You people live in a total “fantasy land” that Modern Monetary Theoy creates…. You have no concern over creating a MORAL, RATIONAL AND CONSTITUTIONAL monetary system as described by the Austrian School as compared to this banking cabal manipulated mess of a system in creating since 1971 (by the way, I do not advocate a commodity backed currency or gold standard, that is equally a bad idea due to the ease at which gold can be cornered and manipulated as well). The proper currency system would be public issued fiat in direct, algorithmic relation to population / production growth. There has to be some currency elasticity, we have seen what happens when there is not (true disinflation / deflation).

    Some points ALL MMT arguments fail to grasp is just basically the duration of their currency regime is not a long enough timeline to determine the efficiency and sustainability of this current Bretton Woods II currency cabal. You act as if post 1971 has been smooth sailing thanks to the stewardship of government spenders and central banks. Clearly it is falling apart and the idea of a “monopoly currency” will soon go the way of the Dodo. Again, I point you to the rise of super-national currencies and the talk of global currency. I guess global currency just means global police state and global tyranny. You sure love a system where demand is created through the threat of priosn. Well, that is just swell. This school of thought that that “deficits don’t matter because the government can just create money” is insane an historically observable all its failing. It leads to the very social rot and decay you are currently seeing. These modern monetary theorists also just kind of make magic little statements about inflation. To them, inflation only exists if government get “reckless” with their spending. HELLO! What the hell do you think happens when government are given the blank check of the magic money tree? Something about absolute power corrupting absolutely.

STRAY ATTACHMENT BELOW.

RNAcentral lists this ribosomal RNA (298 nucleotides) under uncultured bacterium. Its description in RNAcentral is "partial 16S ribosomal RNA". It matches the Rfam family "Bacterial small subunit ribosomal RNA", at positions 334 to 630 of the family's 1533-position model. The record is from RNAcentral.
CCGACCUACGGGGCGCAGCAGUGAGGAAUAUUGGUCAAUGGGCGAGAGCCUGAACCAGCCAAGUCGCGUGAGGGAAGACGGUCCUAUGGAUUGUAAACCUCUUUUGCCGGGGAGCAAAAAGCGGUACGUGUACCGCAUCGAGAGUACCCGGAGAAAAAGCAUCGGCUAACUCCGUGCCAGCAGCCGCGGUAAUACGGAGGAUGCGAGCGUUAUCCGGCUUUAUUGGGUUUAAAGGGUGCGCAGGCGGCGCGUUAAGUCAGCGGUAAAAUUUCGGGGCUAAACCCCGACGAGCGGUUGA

To people like you, your only concern is how much their stocks go up thanks to asset inflation and what the yield curve looks like. YOU REFUSE to see the connection to YOUR monetary theory and world events in general and the chaos and DEPRESSION (get a clue, this is not a recession if you use actual metrics). YOU REFUSE to understand the misallocations that occur in capital markets due to YOUR manipulation of prices. YOU REFUSE to understand that freedom and liberty are directly connected to the amount of money the government spends, and steals from you in the form of taxation (to which, MMT says is only to create currency demand). As I pointed out to Cullen the MMT rube, is that taxes is not all that puts currency in demand… coincidence of wants do. Yes, true, some observations of MMT are correct, but not the explanations or the underlying morality. MMT is simply a new form of fascist monetarism. People who want to run your life through price manipulation.


    End of story.

    You and your school of though is a major problem in the world today and if you had an ounce of decency and sanity, you would amend your thinking and join me in the real world.

  • Peter D

    Cullen, it is quite amazing how these people sometimes totally conflate MMTers and the neoliberals! As if MMT is not some marginalized view that is hardly understood or espoused by anybody outside of a small (albeit, hopefully, growing!) group of people, but rather the current orthodoxy that got as in the trouble in the first place! As far as I can tell, these are usually Austrians, with their own inferiority complex and what not (credit to Bob Murphy for not doing that…)